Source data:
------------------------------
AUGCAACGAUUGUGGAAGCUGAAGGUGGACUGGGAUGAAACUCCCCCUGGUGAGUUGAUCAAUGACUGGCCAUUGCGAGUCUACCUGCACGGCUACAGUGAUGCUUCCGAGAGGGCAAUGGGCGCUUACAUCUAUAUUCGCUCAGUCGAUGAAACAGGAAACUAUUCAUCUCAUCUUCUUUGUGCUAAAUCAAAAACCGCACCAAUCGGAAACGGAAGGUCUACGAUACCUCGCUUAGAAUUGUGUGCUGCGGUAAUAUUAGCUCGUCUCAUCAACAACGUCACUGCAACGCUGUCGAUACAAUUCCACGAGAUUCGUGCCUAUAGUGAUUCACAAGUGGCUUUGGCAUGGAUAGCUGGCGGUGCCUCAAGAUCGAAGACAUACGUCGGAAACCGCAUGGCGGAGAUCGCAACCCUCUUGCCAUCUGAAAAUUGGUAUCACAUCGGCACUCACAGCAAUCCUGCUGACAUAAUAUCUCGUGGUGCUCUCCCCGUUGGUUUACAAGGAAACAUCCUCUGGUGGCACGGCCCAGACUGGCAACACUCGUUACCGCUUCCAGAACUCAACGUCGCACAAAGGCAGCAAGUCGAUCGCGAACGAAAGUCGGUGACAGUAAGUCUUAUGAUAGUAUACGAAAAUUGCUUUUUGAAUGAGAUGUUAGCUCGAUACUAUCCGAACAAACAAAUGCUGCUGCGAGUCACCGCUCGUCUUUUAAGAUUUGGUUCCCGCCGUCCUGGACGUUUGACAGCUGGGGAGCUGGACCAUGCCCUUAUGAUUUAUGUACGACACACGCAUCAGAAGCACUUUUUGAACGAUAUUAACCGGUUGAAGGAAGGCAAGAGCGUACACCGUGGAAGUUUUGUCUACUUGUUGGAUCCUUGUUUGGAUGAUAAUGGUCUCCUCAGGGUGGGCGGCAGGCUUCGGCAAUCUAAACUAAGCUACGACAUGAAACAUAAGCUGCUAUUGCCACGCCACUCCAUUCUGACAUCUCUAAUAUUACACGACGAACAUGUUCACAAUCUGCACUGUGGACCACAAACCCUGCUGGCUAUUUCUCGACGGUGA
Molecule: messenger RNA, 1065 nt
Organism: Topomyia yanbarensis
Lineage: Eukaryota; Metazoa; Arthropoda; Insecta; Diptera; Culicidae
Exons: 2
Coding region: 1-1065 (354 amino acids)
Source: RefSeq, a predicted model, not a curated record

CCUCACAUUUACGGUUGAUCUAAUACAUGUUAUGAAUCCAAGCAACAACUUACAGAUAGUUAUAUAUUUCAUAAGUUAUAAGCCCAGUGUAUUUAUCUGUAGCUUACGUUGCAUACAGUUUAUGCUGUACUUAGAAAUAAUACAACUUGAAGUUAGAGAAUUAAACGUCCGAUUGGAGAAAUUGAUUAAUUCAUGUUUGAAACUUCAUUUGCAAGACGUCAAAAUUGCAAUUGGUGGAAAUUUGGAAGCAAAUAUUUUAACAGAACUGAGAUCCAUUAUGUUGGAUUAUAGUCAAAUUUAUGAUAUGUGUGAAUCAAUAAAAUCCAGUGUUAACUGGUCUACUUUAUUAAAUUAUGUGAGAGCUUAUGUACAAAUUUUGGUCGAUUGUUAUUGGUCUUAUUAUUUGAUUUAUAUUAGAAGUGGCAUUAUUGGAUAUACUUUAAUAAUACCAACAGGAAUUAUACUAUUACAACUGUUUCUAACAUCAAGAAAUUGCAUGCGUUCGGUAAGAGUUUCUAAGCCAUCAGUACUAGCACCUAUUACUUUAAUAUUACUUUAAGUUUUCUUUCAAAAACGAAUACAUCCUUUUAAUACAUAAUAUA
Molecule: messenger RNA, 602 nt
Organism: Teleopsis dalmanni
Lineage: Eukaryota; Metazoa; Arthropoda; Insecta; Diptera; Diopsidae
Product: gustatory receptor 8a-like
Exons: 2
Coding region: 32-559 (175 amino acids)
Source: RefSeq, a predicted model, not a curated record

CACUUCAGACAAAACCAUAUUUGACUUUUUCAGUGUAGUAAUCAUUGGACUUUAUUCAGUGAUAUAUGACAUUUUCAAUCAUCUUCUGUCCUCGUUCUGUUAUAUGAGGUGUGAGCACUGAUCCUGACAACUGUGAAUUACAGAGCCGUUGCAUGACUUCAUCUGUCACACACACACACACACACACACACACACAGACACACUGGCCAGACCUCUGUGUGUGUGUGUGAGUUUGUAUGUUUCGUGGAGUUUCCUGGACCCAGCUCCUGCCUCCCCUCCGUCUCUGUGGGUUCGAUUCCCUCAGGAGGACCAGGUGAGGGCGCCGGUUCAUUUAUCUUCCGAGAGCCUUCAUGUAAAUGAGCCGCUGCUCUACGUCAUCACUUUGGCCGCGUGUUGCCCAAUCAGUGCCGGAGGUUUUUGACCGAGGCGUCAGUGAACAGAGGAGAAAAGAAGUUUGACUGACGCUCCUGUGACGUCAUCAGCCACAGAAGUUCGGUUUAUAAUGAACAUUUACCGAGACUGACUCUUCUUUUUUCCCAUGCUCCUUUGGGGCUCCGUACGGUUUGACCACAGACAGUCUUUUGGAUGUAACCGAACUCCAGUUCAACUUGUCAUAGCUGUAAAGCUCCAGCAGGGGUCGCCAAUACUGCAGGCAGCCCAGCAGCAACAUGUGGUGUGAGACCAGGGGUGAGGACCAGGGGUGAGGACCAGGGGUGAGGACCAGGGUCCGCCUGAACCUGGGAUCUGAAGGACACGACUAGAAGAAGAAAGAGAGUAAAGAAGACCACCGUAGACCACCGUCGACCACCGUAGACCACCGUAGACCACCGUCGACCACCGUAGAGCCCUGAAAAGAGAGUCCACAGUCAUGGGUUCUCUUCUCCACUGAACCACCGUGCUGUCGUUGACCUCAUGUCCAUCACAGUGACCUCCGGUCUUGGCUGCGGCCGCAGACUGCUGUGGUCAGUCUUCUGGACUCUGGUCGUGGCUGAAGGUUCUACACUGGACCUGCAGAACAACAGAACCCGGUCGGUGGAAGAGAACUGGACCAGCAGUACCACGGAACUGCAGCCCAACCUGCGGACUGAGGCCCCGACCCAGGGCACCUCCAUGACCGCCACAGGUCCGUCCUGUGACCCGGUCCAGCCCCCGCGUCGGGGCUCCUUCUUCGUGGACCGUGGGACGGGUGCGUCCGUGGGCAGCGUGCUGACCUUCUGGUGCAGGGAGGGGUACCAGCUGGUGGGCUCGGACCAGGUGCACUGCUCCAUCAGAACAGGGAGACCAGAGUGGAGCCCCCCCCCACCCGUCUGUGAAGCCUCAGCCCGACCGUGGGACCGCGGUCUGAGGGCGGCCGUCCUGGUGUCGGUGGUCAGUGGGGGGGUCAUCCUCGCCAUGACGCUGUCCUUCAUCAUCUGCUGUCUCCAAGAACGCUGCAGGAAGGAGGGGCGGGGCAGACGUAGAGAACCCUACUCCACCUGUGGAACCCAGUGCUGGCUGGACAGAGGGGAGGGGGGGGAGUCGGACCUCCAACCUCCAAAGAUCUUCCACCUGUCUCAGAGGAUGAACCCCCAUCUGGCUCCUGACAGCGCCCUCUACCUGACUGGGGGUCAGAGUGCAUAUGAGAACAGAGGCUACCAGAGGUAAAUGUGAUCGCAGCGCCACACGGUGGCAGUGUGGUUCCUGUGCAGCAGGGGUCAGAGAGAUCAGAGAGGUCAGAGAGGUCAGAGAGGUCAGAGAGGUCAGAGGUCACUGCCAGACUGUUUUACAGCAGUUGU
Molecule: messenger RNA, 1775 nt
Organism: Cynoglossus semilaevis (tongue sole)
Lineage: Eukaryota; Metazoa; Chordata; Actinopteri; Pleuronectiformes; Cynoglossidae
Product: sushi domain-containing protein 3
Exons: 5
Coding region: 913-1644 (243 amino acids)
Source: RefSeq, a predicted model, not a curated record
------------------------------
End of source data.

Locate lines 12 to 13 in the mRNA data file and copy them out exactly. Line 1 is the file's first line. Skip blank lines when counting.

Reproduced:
Product: gustatory receptor 8a-like
Exons: 2